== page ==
b. The thickness required by the skiboard design will not allow enough thickness for the typical attachment screws that hold the toe piece and heel pieces to the ski.

c. The desirable flexibility of the extremities of the skiboard would compromise the function of conventional bindings that depend on the very stiff and stable platform typical of conventional skis and described by ASTM and ISO standards for compatibility.

d. Skiboards do not and probably cannot be reasonably designed to conform to the ASTM and ISO standards for binding mounting areas on skis. These standards were developed to make ski designs compatible with conventional binding designs.

Furthermore, since the basic configuration of safety bindings was developed in the 70's and 80's, when skiboards and very short adult skis did not exist, there is an opportunity to eliminate some of the design limitations and flaws that have been perpetuated by the various binding manufacturer.

Current trends in ski design are towards much shorter ski lengths. Even skis used by elite world-class racers are often less than 160 cm in length, with running lengths less than 135 cm. The binding mounting area controlled by ASTM and ISO compatibility standards is 60 cm long. That is approximately 45% of the running length of a 160 cm ski. Compromises must be made in order to design these short skis to conform to ASTM and ISO standards intended to assure compatibility with the various bindings on the market. If a binding could be designed to eliminate or reduce the constraints imposed by conventional binding designs then ski design could be advanced to a new performance level. There have in the past been some efforts to create bindings which would not impair the ability of a ski to flex, such as U.S. Pat. No. 5,129,668 (Hecht) and U.S. Pat. No. 5,671,939 (Pineau) both of which describe a system in which a mounting is provided for the ski binding, said mounting creating a raised surface for the binding while allowing the ski to flex to a full arc. These mounting however add to both the cost and the complexity of a binding since an entirely new part is added.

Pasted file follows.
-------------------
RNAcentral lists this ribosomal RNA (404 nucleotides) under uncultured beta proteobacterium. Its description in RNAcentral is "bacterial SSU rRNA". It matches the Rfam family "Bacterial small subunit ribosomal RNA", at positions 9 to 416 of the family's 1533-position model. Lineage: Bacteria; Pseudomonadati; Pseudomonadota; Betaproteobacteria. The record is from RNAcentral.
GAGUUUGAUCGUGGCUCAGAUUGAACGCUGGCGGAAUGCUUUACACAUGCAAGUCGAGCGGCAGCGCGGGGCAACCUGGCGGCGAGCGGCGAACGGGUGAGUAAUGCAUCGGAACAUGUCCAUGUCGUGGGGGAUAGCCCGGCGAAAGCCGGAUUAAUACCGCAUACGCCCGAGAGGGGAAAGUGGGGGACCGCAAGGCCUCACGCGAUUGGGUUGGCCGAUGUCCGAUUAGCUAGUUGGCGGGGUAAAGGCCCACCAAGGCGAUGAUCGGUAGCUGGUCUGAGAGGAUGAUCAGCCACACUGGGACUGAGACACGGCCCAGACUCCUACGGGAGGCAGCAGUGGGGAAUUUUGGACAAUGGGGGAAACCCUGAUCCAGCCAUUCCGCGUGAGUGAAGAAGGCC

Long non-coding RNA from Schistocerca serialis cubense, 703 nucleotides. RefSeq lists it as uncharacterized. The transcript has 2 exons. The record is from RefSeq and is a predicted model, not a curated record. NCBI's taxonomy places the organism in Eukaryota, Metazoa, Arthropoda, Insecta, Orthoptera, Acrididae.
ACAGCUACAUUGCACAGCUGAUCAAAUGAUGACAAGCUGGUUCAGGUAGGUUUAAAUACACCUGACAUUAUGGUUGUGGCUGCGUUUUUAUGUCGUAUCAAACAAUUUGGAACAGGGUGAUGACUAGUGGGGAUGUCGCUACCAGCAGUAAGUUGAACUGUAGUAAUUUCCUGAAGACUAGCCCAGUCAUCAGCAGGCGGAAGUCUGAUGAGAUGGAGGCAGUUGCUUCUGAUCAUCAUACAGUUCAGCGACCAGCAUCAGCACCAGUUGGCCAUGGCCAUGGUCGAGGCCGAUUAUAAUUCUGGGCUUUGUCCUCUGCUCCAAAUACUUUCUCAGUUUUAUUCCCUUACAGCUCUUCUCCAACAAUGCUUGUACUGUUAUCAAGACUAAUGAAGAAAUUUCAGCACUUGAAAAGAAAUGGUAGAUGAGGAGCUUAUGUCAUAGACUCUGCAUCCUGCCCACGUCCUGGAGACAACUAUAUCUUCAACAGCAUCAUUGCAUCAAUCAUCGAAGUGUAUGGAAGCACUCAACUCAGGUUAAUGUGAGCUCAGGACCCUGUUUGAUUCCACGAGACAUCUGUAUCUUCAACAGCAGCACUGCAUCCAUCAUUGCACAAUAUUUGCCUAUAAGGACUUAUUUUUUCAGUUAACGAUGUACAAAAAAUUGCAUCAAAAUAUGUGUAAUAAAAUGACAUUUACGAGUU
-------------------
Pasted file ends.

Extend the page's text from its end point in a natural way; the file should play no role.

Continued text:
Mounting conventional bindings is a complex procedure that is normally done by certified professionals employed by ski shops and trained by specialists. If a binding could be designed to mount to metal inserts built into a ski in a standard insert pattern with machine screws then this complexity can be eliminated. This is the norm in the snowboard industry where bindings can be simply mounted by the consumer with nothing more than a Phillips screwdriver.

Controlling the effects of boot/binding friction on binding performance is one of the most, difficult factors of binding design. Shortcomings in how friction has been dealt with by designers of conventional bindings makes the adjustment of the binding to the boot, and confirmation that such adjustments will produce the desired release characteristics, a very complex task that is normally performed by certified professionals. This is due to the fact that most of the friction between the boot and the binding is not “sensed” by the release mechanism of the binding. Therefore, any variation in frictional forces produces a variation in release torque. The person adjusting the binding must understand this relationship to properly adjust the binding.

If a binding could be designed with a sensing mechanism that senses all the forces between the boot and the binding that result in a torque on the tibia then friction would not have to be controlled within very strict limits. Frictional loads would only have to be held below a value that is in the range of normal friction between a typical shoe sole and the ground since humans have evolved the strength to withstand such forces. All fictional forces not seen by the release mechanism would be contained within the binding mechanism and therefore would be subject to the control of the design engineers and of no concern to the person mounting and adjusting the binding. Boot binding adjustment would not be critical to binding performance and could potentially be undertaken by the consumer.